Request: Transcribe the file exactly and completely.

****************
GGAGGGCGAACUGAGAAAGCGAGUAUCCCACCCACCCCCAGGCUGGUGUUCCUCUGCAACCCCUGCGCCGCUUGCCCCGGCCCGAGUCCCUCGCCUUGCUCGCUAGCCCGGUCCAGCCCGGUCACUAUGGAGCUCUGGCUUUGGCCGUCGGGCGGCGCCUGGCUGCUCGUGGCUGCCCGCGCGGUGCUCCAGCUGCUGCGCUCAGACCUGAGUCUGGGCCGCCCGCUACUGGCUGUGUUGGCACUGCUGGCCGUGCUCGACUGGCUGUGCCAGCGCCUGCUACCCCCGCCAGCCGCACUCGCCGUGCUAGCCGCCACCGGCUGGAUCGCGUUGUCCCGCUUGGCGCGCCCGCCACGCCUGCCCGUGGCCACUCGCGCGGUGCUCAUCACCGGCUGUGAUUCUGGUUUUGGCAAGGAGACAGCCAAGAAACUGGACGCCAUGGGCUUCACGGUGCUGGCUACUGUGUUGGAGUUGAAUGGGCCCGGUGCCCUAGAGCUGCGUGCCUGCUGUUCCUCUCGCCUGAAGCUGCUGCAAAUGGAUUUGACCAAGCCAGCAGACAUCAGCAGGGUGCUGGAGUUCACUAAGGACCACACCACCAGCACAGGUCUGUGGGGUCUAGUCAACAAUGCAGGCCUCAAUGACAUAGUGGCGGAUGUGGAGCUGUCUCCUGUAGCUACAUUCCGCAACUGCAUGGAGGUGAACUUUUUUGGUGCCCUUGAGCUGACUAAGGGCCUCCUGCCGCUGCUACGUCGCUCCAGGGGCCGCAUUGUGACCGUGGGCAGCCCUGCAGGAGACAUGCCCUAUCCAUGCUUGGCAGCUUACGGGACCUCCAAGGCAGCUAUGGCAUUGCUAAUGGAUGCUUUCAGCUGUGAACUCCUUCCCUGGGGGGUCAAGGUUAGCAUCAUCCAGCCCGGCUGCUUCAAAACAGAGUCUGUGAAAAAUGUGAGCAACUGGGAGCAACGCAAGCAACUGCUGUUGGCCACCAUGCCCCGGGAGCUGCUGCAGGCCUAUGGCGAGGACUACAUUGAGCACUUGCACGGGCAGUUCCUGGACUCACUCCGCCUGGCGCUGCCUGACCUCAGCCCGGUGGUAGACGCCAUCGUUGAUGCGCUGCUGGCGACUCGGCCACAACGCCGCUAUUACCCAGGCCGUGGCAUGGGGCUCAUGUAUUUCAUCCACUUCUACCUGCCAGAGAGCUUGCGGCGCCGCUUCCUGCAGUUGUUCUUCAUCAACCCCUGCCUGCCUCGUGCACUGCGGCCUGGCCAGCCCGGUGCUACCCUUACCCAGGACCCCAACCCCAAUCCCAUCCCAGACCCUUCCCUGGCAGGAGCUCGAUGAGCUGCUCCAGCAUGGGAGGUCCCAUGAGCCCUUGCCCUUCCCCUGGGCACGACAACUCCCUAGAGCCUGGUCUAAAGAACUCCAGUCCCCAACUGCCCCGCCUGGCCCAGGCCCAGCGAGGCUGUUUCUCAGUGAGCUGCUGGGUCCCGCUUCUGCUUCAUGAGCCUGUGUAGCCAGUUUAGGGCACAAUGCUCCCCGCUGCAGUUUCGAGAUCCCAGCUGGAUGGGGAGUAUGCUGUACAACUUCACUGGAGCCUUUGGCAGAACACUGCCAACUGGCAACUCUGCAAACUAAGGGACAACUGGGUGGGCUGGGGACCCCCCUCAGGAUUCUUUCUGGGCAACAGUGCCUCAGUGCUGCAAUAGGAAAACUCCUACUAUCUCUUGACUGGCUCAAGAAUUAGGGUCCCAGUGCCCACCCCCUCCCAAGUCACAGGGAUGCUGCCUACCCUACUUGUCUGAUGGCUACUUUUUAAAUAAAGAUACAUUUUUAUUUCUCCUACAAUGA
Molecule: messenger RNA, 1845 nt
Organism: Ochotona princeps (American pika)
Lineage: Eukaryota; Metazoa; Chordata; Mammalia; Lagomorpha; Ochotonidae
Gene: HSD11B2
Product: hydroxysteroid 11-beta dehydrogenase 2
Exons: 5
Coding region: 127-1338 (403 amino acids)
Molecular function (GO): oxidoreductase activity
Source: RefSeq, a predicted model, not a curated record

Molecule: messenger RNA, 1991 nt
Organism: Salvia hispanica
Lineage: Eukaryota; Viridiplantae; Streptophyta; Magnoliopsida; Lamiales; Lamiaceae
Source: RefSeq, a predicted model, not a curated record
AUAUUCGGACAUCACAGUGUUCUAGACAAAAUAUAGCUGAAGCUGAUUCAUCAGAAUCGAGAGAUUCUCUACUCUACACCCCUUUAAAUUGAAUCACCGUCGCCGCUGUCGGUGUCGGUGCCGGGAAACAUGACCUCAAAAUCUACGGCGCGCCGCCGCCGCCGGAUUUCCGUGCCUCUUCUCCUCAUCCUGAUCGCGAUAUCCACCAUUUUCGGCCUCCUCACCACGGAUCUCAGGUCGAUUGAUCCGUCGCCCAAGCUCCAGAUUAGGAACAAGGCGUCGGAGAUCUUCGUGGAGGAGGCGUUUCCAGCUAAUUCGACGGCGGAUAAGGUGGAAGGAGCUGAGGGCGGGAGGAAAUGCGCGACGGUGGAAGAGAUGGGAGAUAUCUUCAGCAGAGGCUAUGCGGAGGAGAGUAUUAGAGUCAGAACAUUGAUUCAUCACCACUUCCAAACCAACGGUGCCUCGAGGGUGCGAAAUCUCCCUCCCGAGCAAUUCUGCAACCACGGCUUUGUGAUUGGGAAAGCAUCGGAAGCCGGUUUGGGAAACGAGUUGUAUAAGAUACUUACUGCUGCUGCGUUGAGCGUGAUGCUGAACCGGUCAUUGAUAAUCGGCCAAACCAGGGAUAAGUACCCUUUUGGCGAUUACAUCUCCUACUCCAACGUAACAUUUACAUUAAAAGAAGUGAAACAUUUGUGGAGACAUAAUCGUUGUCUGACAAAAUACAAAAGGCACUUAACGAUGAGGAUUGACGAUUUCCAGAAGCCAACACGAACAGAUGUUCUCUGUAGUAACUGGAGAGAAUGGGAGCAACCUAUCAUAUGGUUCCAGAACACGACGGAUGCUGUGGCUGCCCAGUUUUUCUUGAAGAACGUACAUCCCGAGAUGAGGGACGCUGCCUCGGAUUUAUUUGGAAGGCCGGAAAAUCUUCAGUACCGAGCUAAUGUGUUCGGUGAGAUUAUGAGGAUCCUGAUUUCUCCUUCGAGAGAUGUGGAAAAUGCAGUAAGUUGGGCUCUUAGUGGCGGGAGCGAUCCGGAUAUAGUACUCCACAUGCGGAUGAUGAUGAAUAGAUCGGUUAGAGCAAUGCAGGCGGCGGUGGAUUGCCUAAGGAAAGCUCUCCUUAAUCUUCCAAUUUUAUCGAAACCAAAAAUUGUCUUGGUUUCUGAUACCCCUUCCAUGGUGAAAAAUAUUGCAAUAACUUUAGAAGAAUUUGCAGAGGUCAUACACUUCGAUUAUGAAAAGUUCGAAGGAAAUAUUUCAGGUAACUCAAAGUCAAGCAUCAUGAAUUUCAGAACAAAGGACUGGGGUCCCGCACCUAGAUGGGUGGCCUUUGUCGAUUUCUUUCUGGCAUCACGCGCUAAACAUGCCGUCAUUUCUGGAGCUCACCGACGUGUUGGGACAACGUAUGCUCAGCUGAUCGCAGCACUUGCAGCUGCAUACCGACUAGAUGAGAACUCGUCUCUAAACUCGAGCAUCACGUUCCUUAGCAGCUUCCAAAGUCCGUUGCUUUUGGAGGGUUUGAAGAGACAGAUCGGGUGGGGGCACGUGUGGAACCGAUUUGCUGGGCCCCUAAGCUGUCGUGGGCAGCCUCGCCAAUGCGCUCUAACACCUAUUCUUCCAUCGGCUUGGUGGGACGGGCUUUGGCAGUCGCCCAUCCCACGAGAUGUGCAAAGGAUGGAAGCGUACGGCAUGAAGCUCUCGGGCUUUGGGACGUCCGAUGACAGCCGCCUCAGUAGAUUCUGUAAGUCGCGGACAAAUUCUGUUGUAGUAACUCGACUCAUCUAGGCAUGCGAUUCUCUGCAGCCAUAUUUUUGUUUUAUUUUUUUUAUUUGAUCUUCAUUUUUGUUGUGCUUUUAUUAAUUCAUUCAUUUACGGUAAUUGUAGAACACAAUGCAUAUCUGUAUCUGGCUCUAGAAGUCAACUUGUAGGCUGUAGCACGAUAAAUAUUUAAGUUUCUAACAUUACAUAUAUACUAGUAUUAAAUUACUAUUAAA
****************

GGAGGGCGAACUGAGAAAGCGAGUAUCCCACCCACCCCCAGGCUGGUGUUCCUCUGCAACCCCUGCGCCGCUUGCCCCGGCCCGAGUCCCUCGCCUUGCUCGCUAGCCCGGUCCAGCCCGGUCACUAUGGAGCUCUGGCUUUGGCCGUCGGGCGGCGCCUGGCUGCUCGUGGCUGCCCGCGCGGUGCUCCAGCUGCUGCGCUCAGACCUGAGUCUGGGCCGCCCGCUACUGGCUGUGUUGGCACUGCUGGCCGUGCUCGACUGGCUGUGCCAGCGCCUGCUACCCCCGCCAGCCGCACUCGCCGUGCUAGCCGCCACCGGCUGGAUCGCGUUGUCCCGCUUGGCGCGCCCGCCACGCCUGCCCGUGGCCACUCGCGCGGUGCUCAUCACCGGCUGUGAUUCUGGUUUUGGCAAGGAGACAGCCAAGAAACUGGACGCCAUGGGCUUCACGGUGCUGGCUACUGUGUUGGAGUUGAAUGGGCCCGGUGCCCUAGAGCUGCGUGCCUGCUGUUCCUCUCGCCUGAAGCUGCUGCAAAUGGAUUUGACCAAGCCAGCAGACAUCAGCAGGGUGCUGGAGUUCACUAAGGACCACACCACCAGCACAGGUCUGUGGGGUCUAGUCAACAAUGCAGGCCUCAAUGACAUAGUGGCGGAUGUGGAGCUGUCUCCUGUAGCUACAUUCCGCAACUGCAUGGAGGUGAACUUUUUUGGUGCCCUUGAGCUGACUAAGGGCCUCCUGCCGCUGCUACGUCGCUCCAGGGGCCGCAUUGUGACCGUGGGCAGCCCUGCAGGAGACAUGCCCUAUCCAUGCUUGGCAGCUUACGGGACCUCCAAGGCAGCUAUGGCAUUGCUAAUGGAUGCUUUCAGCUGUGAACUCCUUCCCUGGGGGGUCAAGGUUAGCAUCAUCCAGCCCGGCUGCUUCAAAACAGAGUCUGUGAAAAAUGUGAGCAACUGGGAGCAACGCAAGCAACUGCUGUUGGCCACCAUGCCCCGGGAGCUGCUGCAGGCCUAUGGCGAGGACUACAUUGAGCACUUGCACGGGCAGUUCCUGGACUCACUCCGCCUGGCGCUGCCUGACCUCAGCCCGGUGGUAGACGCCAUCGUUGAUGCGCUGCUGGCGACUCGGCCACAACGCCGCUAUUACCCAGGCCGUGGCAUGGGGCUCAUGUAUUUCAUCCACUUCUACCUGCCAGAGAGCUUGCGGCGCCGCUUCCUGCAGUUGUUCUUCAUCAACCCCUGCCUGCCUCGUGCACUGCGGCCUGGCCAGCCCGGUGCUACCCUUACCCAGGACCCCAACCCCAAUCCCAUCCCAGACCCUUCCCUGGCAGGAGCUCGAUGAGCUGCUCCAGCAUGGGAGGUCCCAUGAGCCCUUGCCCUUCCCCUGGGCACGACAACUCCCUAGAGCCUGGUCUAAAGAACUCCAGUCCCCAACUGCCCCGCCUGGCCCAGGCCCAGCGAGGCUGUUUCUCAGUGAGCUGCUGGGUCCCGCUUCUGCUUCAUGAGCCUGUGUAGCCAGUUUAGGGCACAAUGCUCCCCGCUGCAGUUUCGAGAUCCCAGCUGGAUGGGGAGUAUGCUGUACAACUUCACUGGAGCCUUUGGCAGAACACUGCCAACUGGCAACUCUGCAAACUAAGGGACAACUGGGUGGGCUGGGGACCCCCCUCAGGAUUCUUUCUGGGCAACAGUGCCUCAGUGCUGCAAUAGGAAAACUCCUACUAUCUCUUGACUGGCUCAAGAAUUAGGGUCCCAGUGCCCACCCCCUCCCAAGUCACAGGGAUGCUGCCUACCCUACUUGUCUGAUGGCUACUUUUUAAAUAAAGAUACAUUUUUAUUUCUCCUACAAUGA
Molecule: messenger RNA, 1845 nt
Organism: Ochotona princeps (American pika)
Lineage: Eukaryota; Metazoa; Chordata; Mammalia; Lagomorpha; Ochotonidae
Gene: HSD11B2
Product: hydroxysteroid 11-beta dehydrogenase 2
Exons: 5
Coding region: 127-1338 (403 amino acids)
Molecular function (GO): oxidoreductase activity
Source: RefSeq, a predicted model, not a curated record

Molecule: messenger RNA, 1991 nt
Organism: Salvia hispanica
Lineage: Eukaryota; Viridiplantae; Streptophyta; Magnoliopsida; Lamiales; Lamiaceae
Source: RefSeq, a predicted model, not a curated record
AUAUUCGGACAUCACAGUGUUCUAGACAAAAUAUAGCUGAAGCUGAUUCAUCAGAAUCGAGAGAUUCUCUACUCUACACCCCUUUAAAUUGAAUCACCGUCGCCGCUGUCGGUGUCGGUGCCGGGAAACAUGACCUCAAAAUCUACGGCGCGCCGCCGCCGCCGGAUUUCCGUGCCUCUUCUCCUCAUCCUGAUCGCGAUAUCCACCAUUUUCGGCCUCCUCACCACGGAUCUCAGGUCGAUUGAUCCGUCGCCCAAGCUCCAGAUUAGGAACAAGGCGUCGGAGAUCUUCGUGGAGGAGGCGUUUCCAGCUAAUUCGACGGCGGAUAAGGUGGAAGGAGCUGAGGGCGGGAGGAAAUGCGCGACGGUGGAAGAGAUGGGAGAUAUCUUCAGCAGAGGCUAUGCGGAGGAGAGUAUUAGAGUCAGAACAUUGAUUCAUCACCACUUCCAAACCAACGGUGCCUCGAGGGUGCGAAAUCUCCCUCCCGAGCAAUUCUGCAACCACGGCUUUGUGAUUGGGAAAGCAUCGGAAGCCGGUUUGGGAAACGAGUUGUAUAAGAUACUUACUGCUGCUGCGUUGAGCGUGAUGCUGAACCGGUCAUUGAUAAUCGGCCAAACCAGGGAUAAGUACCCUUUUGGCGAUUACAUCUCCUACUCCAACGUAACAUUUACAUUAAAAGAAGUGAAACAUUUGUGGAGACAUAAUCGUUGUCUGACAAAAUACAAAAGGCACUUAACGAUGAGGAUUGACGAUUUCCAGAAGCCAACACGAACAGAUGUUCUCUGUAGUAACUGGAGAGAAUGGGAGCAACCUAUCAUAUGGUUCCAGAACACGACGGAUGCUGUGGCUGCCCAGUUUUUCUUGAAGAACGUACAUCCCGAGAUGAGGGACGCUGCCUCGGAUUUAUUUGGAAGGCCGGAAAAUCUUCAGUACCGAGCUAAUGUGUUCGGUGAGAUUAUGAGGAUCCUGAUUUCUCCUUCGAGAGAUGUGGAAAAUGCAGUAAGUUGGGCUCUUAGUGGCGGGAGCGAUCCGGAUAUAGUACUCCACAUGCGGAUGAUGAUGAAUAGAUCGGUUAGAGCAAUGCAGGCGGCGGUGGAUUGCCUAAGGAAAGCUCUCCUUAAUCUUCCAAUUUUAUCGAAACCAAAAAUUGUCUUGGUUUCUGAUACCCCUUCCAUGGUGAAAAAUAUUGCAAUAACUUUAGAAGAAUUUGCAGAGGUCAUACACUUCGAUUAUGAAAAGUUCGAAGGAAAUAUUUCAGGUAACUCAAAGUCAAGCAUCAUGAAUUUCAGAACAAAGGACUGGGGUCCCGCACCUAGAUGGGUGGCCUUUGUCGAUUUCUUUCUGGCAUCACGCGCUAAACAUGCCGUCAUUUCUGGAGCUCACCGACGUGUUGGGACAACGUAUGCUCAGCUGAUCGCAGCACUUGCAGCUGCAUACCGACUAGAUGAGAACUCGUCUCUAAACUCGAGCAUCACGUUCCUUAGCAGCUUCCAAAGUCCGUUGCUUUUGGAGGGUUUGAAGAGACAGAUCGGGUGGGGGCACGUGUGGAACCGAUUUGCUGGGCCCCUAAGCUGUCGUGGGCAGCCUCGCCAAUGCGCUCUAACACCUAUUCUUCCAUCGGCUUGGUGGGACGGGCUUUGGCAGUCGCCCAUCCCACGAGAUGUGCAAAGGAUGGAAGCGUACGGCAUGAAGCUCUCGGGCUUUGGGACGUCCGAUGACAGCCGCCUCAGUAGAUUCUGUAAGUCGCGGACAAAUUCUGUUGUAGUAACUCGACUCAUCUAGGCAUGCGAUUCUCUGCAGCCAUAUUUUUGUUUUAUUUUUUUUAUUUGAUCUUCAUUUUUGUUGUGCUUUUAUUAAUUCAUUCAUUUACGGUAAUUGUAGAACACAAUGCAUAUCUGUAUCUGGCUCUAGAAGUCAACUUGUAGGCUGUAGCACGAUAAAUAUUUAAGUUUCUAACAUUACAUAUAUACUAGUAUUAAAUUACUAUUAAA